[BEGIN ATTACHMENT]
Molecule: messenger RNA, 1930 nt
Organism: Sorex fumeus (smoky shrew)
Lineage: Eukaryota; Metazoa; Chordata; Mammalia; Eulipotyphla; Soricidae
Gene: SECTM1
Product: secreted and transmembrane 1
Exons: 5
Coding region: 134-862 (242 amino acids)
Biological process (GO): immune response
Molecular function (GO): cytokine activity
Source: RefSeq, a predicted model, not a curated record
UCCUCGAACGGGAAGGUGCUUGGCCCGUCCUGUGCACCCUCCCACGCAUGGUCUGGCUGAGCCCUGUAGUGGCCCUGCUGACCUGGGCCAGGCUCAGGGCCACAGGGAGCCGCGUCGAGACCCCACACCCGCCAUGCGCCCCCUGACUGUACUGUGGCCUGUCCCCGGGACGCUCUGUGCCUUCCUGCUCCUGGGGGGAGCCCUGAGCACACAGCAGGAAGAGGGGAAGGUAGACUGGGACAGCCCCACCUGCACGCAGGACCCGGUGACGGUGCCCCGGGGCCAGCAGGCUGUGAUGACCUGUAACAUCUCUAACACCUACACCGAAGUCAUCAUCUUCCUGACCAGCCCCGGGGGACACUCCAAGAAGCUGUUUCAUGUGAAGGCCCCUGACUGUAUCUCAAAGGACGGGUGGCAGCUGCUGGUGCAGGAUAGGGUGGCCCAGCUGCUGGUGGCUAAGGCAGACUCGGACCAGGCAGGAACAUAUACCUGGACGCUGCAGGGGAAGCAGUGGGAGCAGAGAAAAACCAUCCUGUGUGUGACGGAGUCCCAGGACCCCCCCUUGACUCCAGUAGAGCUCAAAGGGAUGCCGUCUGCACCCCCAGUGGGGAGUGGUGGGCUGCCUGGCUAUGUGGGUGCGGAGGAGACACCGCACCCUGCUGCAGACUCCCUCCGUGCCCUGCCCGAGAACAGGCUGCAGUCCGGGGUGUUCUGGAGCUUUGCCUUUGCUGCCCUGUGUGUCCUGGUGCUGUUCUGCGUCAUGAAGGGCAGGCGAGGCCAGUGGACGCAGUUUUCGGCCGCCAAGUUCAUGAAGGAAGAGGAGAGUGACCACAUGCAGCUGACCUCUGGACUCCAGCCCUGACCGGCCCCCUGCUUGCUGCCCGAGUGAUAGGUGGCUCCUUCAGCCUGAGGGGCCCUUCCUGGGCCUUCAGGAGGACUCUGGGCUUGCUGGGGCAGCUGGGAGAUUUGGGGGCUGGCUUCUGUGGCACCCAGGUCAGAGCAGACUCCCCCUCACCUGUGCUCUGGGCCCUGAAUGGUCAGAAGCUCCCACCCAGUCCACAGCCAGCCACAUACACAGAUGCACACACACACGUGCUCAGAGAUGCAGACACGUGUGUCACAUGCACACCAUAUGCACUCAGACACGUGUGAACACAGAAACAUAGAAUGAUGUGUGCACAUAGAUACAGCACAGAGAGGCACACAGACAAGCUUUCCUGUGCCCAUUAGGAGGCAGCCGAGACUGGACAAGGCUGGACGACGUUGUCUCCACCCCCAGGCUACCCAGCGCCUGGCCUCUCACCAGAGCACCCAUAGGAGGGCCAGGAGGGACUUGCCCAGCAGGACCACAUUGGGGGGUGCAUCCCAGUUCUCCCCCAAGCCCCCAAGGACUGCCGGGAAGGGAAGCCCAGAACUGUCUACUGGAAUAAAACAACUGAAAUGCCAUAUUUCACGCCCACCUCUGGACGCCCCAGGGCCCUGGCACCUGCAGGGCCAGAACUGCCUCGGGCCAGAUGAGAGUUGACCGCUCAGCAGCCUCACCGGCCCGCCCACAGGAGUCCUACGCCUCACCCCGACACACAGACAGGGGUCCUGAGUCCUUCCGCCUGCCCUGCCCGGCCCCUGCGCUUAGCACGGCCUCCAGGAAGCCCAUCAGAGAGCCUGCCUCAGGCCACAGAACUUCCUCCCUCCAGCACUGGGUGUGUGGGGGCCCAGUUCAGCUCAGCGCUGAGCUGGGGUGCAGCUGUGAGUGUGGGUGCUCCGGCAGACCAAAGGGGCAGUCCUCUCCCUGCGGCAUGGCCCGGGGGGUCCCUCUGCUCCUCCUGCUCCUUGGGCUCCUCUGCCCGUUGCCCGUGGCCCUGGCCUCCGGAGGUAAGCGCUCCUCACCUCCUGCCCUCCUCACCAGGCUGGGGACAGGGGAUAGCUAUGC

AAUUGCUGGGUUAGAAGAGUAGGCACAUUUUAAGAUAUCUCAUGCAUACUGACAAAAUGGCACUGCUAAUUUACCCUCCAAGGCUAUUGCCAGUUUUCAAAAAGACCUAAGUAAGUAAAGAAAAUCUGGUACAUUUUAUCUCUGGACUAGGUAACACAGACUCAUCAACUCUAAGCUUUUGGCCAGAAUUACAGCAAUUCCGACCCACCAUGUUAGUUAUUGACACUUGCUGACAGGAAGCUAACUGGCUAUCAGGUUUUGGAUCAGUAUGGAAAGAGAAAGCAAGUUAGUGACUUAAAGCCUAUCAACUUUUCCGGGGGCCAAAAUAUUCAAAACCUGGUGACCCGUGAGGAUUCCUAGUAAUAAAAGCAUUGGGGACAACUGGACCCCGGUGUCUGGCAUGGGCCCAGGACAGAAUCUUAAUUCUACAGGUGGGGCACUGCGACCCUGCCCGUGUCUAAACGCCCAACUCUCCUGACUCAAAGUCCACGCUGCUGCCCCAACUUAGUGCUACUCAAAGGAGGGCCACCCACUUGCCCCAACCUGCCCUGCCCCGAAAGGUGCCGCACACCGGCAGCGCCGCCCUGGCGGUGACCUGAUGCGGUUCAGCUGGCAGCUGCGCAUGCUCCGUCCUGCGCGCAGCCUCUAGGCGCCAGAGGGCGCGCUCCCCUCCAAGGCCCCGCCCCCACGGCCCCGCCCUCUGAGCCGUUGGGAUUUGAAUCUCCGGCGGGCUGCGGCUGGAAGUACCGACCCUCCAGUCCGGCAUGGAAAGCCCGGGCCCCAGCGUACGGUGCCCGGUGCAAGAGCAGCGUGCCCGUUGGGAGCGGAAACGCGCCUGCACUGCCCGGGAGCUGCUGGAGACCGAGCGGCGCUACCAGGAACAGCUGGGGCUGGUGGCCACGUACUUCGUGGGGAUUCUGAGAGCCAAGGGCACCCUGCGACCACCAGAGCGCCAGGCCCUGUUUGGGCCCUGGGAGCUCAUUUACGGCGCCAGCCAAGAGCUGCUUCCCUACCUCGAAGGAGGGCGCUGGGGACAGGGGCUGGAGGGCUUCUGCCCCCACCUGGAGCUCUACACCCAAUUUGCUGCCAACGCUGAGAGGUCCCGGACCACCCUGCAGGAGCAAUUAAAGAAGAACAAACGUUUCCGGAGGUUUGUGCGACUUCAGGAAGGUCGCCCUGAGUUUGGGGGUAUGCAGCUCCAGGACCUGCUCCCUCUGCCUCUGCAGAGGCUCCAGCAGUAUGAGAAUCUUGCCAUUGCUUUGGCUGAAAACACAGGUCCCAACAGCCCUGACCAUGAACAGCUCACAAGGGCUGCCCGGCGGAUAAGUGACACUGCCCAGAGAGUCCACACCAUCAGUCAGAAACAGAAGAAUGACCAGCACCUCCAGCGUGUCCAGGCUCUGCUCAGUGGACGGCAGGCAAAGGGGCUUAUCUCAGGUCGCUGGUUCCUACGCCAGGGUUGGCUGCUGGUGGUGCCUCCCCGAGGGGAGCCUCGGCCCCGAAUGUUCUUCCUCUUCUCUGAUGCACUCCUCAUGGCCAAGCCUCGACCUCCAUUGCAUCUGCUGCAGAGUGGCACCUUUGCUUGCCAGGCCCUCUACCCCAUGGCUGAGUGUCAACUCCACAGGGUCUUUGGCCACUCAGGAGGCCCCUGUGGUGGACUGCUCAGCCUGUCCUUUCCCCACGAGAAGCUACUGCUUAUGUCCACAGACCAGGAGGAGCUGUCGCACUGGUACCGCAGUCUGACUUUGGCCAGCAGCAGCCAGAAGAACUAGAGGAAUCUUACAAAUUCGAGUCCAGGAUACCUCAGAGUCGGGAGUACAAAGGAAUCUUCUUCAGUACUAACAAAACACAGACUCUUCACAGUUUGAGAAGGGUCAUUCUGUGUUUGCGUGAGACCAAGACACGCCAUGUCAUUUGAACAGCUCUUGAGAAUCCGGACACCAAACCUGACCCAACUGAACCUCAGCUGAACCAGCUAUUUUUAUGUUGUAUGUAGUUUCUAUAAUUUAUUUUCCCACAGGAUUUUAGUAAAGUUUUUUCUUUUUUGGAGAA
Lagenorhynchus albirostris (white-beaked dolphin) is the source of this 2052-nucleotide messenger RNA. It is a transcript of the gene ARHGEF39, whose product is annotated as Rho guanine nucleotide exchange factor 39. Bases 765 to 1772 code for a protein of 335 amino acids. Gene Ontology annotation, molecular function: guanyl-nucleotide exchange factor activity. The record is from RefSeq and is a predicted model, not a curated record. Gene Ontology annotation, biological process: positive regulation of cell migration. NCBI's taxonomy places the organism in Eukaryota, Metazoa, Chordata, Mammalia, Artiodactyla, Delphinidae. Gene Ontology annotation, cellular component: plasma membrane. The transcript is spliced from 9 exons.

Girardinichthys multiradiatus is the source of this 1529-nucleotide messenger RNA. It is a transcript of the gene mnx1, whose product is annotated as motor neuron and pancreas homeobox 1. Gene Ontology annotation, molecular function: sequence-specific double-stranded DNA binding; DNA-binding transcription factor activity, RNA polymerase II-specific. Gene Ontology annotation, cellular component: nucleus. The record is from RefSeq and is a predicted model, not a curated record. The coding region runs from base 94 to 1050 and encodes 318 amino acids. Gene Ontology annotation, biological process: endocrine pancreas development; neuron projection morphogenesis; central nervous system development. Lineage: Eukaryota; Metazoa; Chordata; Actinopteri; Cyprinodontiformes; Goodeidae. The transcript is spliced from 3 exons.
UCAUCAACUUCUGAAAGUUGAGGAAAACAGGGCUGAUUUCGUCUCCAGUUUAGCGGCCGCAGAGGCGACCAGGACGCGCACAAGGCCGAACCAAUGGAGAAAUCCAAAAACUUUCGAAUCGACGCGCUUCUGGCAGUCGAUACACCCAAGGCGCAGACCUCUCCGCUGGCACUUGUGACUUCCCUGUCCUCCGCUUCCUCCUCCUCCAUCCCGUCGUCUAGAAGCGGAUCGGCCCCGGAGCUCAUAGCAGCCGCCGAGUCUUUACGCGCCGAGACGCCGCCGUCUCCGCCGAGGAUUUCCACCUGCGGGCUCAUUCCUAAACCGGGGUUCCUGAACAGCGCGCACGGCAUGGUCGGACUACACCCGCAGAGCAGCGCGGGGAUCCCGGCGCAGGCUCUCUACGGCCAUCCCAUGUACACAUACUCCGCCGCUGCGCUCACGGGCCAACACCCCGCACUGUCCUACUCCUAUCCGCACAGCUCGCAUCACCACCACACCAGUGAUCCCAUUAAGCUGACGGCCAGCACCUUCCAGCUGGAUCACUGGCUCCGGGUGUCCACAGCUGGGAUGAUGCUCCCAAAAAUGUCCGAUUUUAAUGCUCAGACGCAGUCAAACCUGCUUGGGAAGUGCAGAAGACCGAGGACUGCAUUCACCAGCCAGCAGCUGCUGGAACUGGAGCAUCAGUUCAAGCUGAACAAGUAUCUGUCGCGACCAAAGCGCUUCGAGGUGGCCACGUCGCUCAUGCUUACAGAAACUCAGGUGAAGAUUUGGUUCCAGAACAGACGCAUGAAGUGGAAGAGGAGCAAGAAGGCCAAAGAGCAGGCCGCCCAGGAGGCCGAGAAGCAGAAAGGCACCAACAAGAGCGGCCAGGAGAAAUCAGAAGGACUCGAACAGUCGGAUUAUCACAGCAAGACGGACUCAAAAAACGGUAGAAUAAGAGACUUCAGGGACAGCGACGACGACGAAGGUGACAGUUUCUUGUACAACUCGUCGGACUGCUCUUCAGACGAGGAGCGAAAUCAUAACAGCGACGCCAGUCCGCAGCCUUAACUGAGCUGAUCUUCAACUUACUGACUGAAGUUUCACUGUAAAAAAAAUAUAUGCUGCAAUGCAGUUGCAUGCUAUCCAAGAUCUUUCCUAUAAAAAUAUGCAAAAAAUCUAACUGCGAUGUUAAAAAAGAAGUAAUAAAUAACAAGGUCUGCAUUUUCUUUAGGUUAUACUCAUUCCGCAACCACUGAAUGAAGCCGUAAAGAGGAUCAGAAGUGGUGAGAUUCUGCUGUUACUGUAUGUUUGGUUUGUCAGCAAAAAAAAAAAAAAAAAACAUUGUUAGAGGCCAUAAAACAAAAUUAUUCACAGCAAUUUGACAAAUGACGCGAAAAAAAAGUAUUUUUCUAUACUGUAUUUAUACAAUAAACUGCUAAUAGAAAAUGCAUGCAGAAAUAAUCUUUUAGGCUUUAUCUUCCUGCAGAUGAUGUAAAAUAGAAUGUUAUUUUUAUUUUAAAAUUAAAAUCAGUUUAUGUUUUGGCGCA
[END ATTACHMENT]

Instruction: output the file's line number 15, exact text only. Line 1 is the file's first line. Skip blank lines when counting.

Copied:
UCAUCAACUUCUGAAAGUUGAGGAAAACAGGGCUGAUUUCGUCUCCAGUUUAGCGGCCGCAGAGGCGACCAGGACGCGCACAAGGCCGAACCAAUGGAGAAAUCCAAAAACUUUCGAAUCGACGCGCUUCUGGCAGUCGAUACACCCAAGGCGCAGACCUCUCCGCUGGCACUUGUGACUUCCCUGUCCUCCGCUUCCUCCUCCUCCAUCCCGUCGUCUAGAAGCGGAUCGGCCCCGGAGCUCAUAGCAGCCGCCGAGUCUUUACGCGCCGAGACGCCGCCGUCUCCGCCGAGGAUUUCCACCUGCGGGCUCAUUCCUAAACCGGGGUUCCUGAACAGCGCGCACGGCAUGGUCGGACUACACCCGCAGAGCAGCGCGGGGAUCCCGGCGCAGGCUCUCUACGGCCAUCCCAUGUACACAUACUCCGCCGCUGCGCUCACGGGCCAACACCCCGCACUGUCCUACUCCUAUCCGCACAGCUCGCAUCACCACCACACCAGUGAUCCCAUUAAGCUGACGGCCAGCACCUUCCAGCUGGAUCACUGGCUCCGGGUGUCCACAGCUGGGAUGAUGCUCCCAAAAAUGUCCGAUUUUAAUGCUCAGACGCAGUCAAACCUGCUUGGGAAGUGCAGAAGACCGAGGACUGCAUUCACCAGCCAGCAGCUGCUGGAACUGGAGCAUCAGUUCAAGCUGAACAAGUAUCUGUCGCGACCAAAGCGCUUCGAGGUGGCCACGUCGCUCAUGCUUACAGAAACUCAGGUGAAGAUUUGGUUCCAGAACAGACGCAUGAAGUGGAAGAGGAGCAAGAAGGCCAAAGAGCAGGCCGCCCAGGAGGCCGAGAAGCAGAAAGGCACCAACAAGAGCGGCCAGGAGAAAUCAGAAGGACUCGAACAGUCGGAUUAUCACAGCAAGACGGACUCAAAAAACGGUAGAAUAAGAGACUUCAGGGACAGCGACGACGACGAAGGUGACAGUUUCUUGUACAACUCGUCGGACUGCUCUUCAGACGAGGAGCGAAAUCAUAACAGCGACGCCAGUCCGCAGCCUUAACUGAGCUGAUCUUCAACUUACUGACUGAAGUUUCACUGUAAAAAAAAUAUAUGCUGCAAUGCAGUUGCAUGCUAUCCAAGAUCUUUCCUAUAAAAAUAUGCAAAAAAUCUAACUGCGAUGUUAAAAAAGAAGUAAUAAAUAACAAGGUCUGCAUUUUCUUUAGGUUAUACUCAUUCCGCAACCACUGAAUGAAGCCGUAAAGAGGAUCAGAAGUGGUGAGAUUCUGCUGUUACUGUAUGUUUGGUUUGUCAGCAAAAAAAAAAAAAAAAAACAUUGUUAGAGGCCAUAAAACAAAAUUAUUCACAGCAAUUUGACAAAUGACGCGAAAAAAAAGUAUUUUUCUAUACUGUAUUUAUACAAUAAACUGCUAAUAGAAAAUGCAUGCAGAAAUAAUCUUUUAGGCUUUAUCUUCCUGCAGAUGAUGUAAAAUAGAAUGUUAUUUUUAUUUUAAAAUUAAAAUCAGUUUAUGUUUUGGCGCA